British Columbia

'Am I racist?': Billboard poses question as rise in hate crimes prompts public awareness campaign

Starting Monday, Nov. 30, billboards and signs across B.C. will direct viewers to educational resources designed to help people look deeper into their personal biases and bridge divides between each other.

'This is a call to self interrogate'

The billboards and signs in municipalities across B.C. include a QR code that links people to resources that can help them unpack their personal biases in an effort to reduce personal and systemic racism . (BC’s Office of the Human Rights Commissioner)

"If I want to forget our province's history, am I racist?

The question, written in white block lettering on a large black poster at a Metro Vancouver transit stop, is one of a few currently printed on billboards across the province as part of a public awareness campaign launched this month by B.C.'s Office of the Human Rights Commissioner (BCOHRC).

The first wave of the campaign rolled out Nov. 16 with signs that simply ask, "Am I racist?" and are part of the office's first major campaign following the 17-year absence of a provincial human rights commissioner.

On Nov. 30, the campaign was updated to ask more specific questions about what constitutes racism, such as "If I don't see skin colour, am I racist?" and "If I assume you're not from here, am I racist?"

The 'Am I racist?' campaign launched on Nov. 16 and will run in communities across B.C. until Dec. 11, 2020. (BC’s Office of the Human Rights Commissioner)

The new signs also direct viewers to an interactive educational experience on BCOHRC's website designed to help British Columbians look deeper at the issue and their own biases.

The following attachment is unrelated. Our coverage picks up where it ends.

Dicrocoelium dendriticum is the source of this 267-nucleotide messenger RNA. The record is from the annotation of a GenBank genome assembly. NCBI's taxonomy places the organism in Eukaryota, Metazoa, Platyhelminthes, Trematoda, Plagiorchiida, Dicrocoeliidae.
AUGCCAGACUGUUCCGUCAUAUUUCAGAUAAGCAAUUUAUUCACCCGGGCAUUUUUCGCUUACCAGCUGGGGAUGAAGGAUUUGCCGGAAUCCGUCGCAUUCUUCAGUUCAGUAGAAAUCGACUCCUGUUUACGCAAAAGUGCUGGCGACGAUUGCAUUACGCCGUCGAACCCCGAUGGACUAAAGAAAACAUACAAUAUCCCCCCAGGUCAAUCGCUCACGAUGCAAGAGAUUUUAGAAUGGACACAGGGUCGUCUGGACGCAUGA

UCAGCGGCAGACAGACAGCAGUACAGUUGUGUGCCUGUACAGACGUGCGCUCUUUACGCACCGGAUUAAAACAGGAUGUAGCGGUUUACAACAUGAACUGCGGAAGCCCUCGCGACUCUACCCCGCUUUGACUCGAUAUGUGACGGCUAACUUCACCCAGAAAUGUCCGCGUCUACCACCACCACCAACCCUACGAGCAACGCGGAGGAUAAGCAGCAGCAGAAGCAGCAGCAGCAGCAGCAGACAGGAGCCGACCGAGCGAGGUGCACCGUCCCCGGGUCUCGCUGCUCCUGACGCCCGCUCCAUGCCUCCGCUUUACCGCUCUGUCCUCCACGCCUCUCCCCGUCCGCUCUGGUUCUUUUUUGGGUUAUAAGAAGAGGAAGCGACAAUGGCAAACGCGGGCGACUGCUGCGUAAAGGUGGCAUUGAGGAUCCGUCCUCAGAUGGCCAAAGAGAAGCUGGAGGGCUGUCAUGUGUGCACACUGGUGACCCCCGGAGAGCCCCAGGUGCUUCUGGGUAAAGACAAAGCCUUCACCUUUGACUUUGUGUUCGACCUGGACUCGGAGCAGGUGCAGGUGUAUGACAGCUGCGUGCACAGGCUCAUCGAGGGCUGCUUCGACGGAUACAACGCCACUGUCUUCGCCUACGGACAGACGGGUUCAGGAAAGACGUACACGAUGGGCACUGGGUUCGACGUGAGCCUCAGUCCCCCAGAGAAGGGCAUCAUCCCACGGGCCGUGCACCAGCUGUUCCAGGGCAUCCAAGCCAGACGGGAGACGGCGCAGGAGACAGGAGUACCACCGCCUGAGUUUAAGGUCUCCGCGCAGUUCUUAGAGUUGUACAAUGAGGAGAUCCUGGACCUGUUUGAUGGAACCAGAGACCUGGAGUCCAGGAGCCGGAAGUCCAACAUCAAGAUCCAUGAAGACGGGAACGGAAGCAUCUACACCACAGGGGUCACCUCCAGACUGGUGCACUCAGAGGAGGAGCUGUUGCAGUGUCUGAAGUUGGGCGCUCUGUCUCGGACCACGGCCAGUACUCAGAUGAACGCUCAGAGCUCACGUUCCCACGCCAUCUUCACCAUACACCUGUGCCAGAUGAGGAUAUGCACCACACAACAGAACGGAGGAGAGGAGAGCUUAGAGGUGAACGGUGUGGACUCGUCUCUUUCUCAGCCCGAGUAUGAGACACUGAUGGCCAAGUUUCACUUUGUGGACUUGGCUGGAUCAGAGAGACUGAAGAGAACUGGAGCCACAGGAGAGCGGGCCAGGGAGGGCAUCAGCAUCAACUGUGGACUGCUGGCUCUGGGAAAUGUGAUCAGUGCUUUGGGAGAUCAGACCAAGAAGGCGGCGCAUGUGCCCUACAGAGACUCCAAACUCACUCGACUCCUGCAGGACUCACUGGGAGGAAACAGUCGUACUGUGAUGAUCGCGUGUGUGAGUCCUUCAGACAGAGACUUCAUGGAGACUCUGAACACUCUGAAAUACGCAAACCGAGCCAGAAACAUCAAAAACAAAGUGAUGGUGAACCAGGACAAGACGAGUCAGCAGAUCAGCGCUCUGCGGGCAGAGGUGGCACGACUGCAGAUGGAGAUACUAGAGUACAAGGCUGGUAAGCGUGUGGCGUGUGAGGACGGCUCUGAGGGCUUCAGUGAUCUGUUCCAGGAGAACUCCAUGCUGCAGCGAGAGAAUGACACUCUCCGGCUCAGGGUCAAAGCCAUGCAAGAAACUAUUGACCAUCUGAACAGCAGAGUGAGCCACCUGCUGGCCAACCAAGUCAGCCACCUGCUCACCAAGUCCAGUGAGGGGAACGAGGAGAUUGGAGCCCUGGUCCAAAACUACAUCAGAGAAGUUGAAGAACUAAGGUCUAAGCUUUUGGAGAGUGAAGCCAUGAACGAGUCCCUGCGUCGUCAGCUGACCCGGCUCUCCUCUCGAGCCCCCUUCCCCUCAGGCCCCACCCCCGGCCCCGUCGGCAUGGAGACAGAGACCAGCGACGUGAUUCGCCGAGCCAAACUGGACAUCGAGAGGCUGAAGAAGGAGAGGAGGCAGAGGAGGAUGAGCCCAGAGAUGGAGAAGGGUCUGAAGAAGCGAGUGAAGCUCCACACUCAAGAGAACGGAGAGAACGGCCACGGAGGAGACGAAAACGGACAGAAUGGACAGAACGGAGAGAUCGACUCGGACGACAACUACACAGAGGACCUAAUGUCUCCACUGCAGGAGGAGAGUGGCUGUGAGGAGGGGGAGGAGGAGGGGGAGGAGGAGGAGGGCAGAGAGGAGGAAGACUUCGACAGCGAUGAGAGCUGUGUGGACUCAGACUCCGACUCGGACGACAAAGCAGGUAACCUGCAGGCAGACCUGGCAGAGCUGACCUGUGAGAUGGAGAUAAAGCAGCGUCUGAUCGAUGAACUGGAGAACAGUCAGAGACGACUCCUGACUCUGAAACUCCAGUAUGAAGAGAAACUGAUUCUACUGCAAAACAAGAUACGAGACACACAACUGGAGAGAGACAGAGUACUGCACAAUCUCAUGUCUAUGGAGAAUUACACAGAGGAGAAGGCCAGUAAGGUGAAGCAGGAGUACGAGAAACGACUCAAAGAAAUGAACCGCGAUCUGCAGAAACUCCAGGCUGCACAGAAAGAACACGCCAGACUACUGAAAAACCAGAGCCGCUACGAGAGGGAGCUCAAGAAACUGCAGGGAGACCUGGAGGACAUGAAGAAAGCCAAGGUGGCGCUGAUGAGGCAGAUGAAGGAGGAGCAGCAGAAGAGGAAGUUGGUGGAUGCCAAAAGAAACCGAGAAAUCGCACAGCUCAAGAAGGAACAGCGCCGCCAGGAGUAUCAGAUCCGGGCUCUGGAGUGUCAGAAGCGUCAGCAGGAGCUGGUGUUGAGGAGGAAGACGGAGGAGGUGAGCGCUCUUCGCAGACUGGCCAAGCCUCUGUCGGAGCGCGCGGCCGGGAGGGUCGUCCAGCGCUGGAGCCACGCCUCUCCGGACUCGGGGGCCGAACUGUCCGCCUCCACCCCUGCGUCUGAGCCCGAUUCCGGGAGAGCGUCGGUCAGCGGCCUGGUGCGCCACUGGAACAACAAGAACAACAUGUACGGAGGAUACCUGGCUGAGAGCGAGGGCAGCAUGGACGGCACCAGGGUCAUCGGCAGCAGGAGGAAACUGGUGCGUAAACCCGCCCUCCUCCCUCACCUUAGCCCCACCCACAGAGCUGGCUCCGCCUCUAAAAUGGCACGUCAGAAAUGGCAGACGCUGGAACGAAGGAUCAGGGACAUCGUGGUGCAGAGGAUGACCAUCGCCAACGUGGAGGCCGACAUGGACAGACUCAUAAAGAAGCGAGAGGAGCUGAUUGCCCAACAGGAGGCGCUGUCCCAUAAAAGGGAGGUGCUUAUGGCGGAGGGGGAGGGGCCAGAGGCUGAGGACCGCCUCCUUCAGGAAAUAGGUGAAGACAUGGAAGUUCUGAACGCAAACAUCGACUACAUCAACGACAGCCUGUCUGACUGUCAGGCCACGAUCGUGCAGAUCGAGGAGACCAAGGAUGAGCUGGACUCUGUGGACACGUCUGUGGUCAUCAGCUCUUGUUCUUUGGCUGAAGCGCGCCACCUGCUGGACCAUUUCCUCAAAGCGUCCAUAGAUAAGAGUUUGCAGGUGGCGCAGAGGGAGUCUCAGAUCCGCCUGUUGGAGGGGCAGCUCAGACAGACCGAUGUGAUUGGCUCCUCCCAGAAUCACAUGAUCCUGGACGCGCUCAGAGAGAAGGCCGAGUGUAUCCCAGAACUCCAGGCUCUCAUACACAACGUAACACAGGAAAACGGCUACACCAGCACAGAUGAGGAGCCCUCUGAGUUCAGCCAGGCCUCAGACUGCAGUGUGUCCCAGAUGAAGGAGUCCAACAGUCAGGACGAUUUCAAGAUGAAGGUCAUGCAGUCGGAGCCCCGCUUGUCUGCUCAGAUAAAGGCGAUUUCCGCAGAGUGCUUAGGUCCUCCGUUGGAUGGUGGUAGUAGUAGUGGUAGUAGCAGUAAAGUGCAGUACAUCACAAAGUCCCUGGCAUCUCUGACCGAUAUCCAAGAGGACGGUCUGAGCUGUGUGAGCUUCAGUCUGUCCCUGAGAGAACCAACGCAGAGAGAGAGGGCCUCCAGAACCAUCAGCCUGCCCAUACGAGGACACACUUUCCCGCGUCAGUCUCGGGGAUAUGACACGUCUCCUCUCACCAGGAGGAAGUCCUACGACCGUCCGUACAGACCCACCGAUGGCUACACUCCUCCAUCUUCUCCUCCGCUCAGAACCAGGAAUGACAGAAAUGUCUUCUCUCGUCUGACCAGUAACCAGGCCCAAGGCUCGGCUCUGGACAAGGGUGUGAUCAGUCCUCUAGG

B.C. Human Rights Commissioner Kasari Govender told CBC's The Early Edition Monday the campaign is a direct response to a rise in hate and racism in B.C. that she said was simmering before COVID-19 was linked to a spike in anti-Asian racism.

"This is a call to self interrogate," she said. "It's a call to look inside and identify the racist stereotypes that we all hold."

Vancouver police say they opened 29 investigations into hate crimes that occurred in the months of March, April and May, an almost eight-fold increase compared to the same period last year.

According to the BCOHRC, reported hate crimes in B.C. rose by over one third (34 per cent) between 2015 and 2018.

"Vancouver is particularly bad," said Govender, who also said B.C. appears to be worse when compared to elsewhere in the country.

She hopes the campaign will cause people to think about their own value systems, how they were raised, what stereotypes the believe and how they can educate themselves.

To begin that education process, people can visit bchumanrights.ca/BeAntiRacist for resources.

The campaign runs until Dec. 11.

To hear the complete interview with Kasari Govender on The Early Edition, tap the audio link below:

BC’s Human Rights Commissioner Kasari Govender speaks with Michelle Elliott about why bigotry and intolerance has gone up. 10:58

With files from The Early Edition

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